Co-author Ethan Wood

We told you to “Beware of Strips and Gores” back in 2012 and today we bring you Green et al v. Chesapeake et al, the sequel. Unlike cinema’s greatest follow-ups, this entry feels more like an unneeded rehash of the original. Nevertheless, it is a good refresher on the topic.

Rules for the Genre

The strip-and-gore doctrine operates to pass title to lands in addition to the lands described in a conveyance when:

  1. The adjoining land is relatively narrow, small in size and value in
    comparison to the expressly conveyed land, and no longer important or valuable to the grantor of the larger tract;
  2. The adjoining land was not included in the property description in the deed at issue; and
  3. No other language in the deed indicates that the grantor intended to reserve an interest in the adjoining land.


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In a ruling that could benefit mineral owners who don’t regularly examine county deed records (to-wit, you?) the Supreme Court of Texas in Carl M. Archer Trust No. Three et al v. Tregellas held that the discovery rule delayed the running of the statute of limitations on behalf of the holder of a recorded right of first refusal to purchase mineral interests.

The trustees sued the Tregellases for buying the minerals without allowing the Trust to exercise its ROFR, contending that a contract was formed when they sued more than four years after the Tregellases’ purchase; the suit was their acceptance of the right to purchase the minerals, they said.

According to the Trellgases, the claim was barred by limitations because the suit was filed more than four years after the sale. The trustees responded that even if that were so, limitations should be delayed because they they had no obligation to search the county deed records.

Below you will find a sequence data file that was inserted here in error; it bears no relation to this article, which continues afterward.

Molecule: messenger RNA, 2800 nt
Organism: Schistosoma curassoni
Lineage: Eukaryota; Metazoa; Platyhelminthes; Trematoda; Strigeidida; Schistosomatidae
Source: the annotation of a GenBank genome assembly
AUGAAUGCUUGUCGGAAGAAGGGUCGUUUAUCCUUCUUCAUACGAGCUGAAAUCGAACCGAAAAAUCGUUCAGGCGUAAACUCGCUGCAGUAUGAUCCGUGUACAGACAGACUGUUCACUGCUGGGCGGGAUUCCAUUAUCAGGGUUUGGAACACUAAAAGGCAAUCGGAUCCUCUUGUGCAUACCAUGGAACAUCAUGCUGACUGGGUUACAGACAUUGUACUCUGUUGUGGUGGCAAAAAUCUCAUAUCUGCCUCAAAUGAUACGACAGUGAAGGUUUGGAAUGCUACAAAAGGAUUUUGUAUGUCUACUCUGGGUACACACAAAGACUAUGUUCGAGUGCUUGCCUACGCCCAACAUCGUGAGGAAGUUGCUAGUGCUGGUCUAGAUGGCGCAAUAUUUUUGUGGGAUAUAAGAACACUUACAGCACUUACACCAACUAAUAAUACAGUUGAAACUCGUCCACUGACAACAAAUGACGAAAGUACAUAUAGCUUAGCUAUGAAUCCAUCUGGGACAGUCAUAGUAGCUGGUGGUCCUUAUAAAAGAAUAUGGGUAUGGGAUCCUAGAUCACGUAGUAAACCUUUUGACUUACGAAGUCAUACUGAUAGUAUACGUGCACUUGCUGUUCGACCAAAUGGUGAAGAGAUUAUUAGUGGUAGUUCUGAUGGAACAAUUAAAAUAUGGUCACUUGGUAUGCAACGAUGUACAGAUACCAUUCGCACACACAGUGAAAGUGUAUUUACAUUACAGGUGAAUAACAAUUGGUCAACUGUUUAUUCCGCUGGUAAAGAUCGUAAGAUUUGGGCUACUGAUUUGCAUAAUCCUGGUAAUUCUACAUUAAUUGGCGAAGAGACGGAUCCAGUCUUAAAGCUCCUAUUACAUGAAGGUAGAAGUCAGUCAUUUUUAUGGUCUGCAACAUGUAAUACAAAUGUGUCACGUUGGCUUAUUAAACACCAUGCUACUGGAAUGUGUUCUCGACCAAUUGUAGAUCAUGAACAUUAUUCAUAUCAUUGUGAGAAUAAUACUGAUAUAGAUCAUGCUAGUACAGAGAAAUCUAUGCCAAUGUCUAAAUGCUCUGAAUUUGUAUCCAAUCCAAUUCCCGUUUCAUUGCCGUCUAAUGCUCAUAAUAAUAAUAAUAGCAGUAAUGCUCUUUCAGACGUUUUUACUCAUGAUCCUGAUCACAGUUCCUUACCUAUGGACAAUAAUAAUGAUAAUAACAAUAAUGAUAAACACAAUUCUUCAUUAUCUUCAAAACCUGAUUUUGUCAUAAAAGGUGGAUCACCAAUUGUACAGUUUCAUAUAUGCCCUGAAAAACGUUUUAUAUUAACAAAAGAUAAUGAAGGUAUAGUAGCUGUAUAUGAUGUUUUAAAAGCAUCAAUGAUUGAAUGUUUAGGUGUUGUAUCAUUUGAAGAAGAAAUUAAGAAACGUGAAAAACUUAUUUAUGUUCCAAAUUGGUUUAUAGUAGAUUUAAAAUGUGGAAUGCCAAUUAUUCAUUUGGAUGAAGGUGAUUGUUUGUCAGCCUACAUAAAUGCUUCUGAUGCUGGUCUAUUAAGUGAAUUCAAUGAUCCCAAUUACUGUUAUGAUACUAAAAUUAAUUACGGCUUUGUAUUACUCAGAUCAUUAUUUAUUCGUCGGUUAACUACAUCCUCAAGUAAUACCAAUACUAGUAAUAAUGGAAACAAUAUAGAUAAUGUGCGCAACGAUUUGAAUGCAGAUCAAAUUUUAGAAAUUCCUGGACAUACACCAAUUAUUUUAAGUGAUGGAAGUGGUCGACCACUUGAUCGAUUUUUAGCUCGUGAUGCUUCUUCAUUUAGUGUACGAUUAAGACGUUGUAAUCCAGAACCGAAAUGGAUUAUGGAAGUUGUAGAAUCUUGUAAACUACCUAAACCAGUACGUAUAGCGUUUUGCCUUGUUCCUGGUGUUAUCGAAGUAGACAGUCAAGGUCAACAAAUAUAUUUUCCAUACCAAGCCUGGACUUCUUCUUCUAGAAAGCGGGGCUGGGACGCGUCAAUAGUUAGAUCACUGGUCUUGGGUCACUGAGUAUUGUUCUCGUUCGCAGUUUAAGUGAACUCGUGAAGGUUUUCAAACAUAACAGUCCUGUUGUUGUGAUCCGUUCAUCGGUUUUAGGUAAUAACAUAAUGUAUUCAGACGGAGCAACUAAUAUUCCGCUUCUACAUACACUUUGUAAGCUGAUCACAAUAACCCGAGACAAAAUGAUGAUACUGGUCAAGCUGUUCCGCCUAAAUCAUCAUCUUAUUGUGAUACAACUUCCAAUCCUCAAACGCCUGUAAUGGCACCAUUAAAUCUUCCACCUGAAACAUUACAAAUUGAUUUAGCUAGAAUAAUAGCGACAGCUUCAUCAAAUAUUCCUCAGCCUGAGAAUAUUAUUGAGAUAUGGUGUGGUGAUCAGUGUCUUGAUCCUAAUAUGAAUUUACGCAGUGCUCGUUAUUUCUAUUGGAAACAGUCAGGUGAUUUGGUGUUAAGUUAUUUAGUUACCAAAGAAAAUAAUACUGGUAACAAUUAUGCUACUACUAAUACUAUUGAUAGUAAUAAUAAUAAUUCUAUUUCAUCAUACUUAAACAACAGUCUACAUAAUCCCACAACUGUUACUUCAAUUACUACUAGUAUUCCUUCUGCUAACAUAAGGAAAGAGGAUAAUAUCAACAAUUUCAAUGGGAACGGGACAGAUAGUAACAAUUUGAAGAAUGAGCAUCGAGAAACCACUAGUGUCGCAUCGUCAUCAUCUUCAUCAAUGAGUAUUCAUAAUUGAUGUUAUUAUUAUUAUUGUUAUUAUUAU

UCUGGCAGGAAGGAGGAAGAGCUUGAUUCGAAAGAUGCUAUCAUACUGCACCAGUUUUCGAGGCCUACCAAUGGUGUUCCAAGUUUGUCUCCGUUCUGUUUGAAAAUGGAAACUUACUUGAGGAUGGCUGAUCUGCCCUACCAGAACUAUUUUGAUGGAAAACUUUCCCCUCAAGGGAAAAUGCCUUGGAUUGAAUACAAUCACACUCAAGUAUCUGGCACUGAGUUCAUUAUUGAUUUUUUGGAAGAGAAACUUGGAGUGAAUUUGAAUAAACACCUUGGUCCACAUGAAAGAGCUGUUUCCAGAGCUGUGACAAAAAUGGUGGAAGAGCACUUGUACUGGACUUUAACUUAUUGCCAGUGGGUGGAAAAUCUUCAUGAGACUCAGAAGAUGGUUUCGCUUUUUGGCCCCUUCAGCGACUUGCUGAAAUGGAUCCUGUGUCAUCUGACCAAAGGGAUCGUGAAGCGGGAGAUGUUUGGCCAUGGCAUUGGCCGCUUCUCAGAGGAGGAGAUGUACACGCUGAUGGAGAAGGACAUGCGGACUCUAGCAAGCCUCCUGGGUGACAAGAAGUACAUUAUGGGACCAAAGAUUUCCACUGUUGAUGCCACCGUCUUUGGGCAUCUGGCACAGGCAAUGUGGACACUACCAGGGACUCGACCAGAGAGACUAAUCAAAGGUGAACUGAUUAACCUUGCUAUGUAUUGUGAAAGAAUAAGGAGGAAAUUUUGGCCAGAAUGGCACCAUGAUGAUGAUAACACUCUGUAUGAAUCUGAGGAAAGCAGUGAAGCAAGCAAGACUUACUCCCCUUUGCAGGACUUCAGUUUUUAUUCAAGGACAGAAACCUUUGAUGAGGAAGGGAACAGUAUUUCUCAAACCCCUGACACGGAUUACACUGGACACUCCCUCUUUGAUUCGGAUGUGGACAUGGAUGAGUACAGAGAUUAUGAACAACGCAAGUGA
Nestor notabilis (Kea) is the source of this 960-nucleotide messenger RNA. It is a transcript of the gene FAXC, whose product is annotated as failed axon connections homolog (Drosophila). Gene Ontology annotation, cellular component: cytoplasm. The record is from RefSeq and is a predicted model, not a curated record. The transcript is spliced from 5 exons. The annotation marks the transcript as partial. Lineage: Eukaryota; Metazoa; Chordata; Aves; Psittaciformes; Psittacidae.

The discovery rule described …
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Co-author Ethan Wood

Let’s begin with a quiz. True or false:

  • Apache Resources, LLC (n/k/a “Pueblo Resources, LLC.” Wonder why?) is Apache Corporation.
  • Plains Natural Resources, LLC is Plains Exploration & Production Company.
  • Ridge Natural Resources, LLC is Oak Ridge Natural Resources, LLC.
  • Range Royalty, LLC is Range Resources Corporation.

If you answered “false” to all four, congratulations. In each category the latter companies are reputable independent oil and gas producers. The former are … well, let’s just call them “mineral buyers” (seemingly coordinated in their efforts in some murky way), one of which was the winner – for now – in Ridge Resources, LLC et al v. Double Eagle Royalty, LP
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Co-author Chance Decker

Is an overriding royalty interest lasting beyond the term of a lease-now-in-effect impossible to create?  You saw the recent Texas Supreme Court opinion invalidating an anti-washout clause in TRO-X v. Anadarko Petroleum Corp. Now, you see Tommy Yowell et al v. Granite Operating Company et al.  In light of these opinions one could wonder if an override is as valuable a tool in an oil and gas trade as it used to be.

An assault on overrides?
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The pitches in your arsenal are your fastball and your curveball; it’s the late innings; third time around the batting order; they’re sitting on the fastball. Once they catch up to it (and they will unless you’re Justin Verlander which, face it, you are not), goodbye game. Why not go to the bender to keep ’em uncomfortable and give you options? In Lackey v. Templetonplaintiffs stayed with the heater. Goodbye game.

The lesson to be learned
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Co-author Ethan Wood

Coke or Pepsi? Elvis or the Beatles? Should there be a designated hitter? Fixed or floating royalty? Among the great debates of recent decades, few have proven quite as frustrating as the great “Fixed v. Floating” royalty debate in Texas jurisprudence.

A royalty can be conveyed or reserved in two ways: as a fixed fraction of total production (fractional royalty interest) or as a fraction of the total royalty interest (fraction of royalty interest). The fractional interest is “fixed” because it is untethered to the royalty in a particular oil and gas lease. A fraction of royalty is “floating” because it varies depending on the royalty in the lease.
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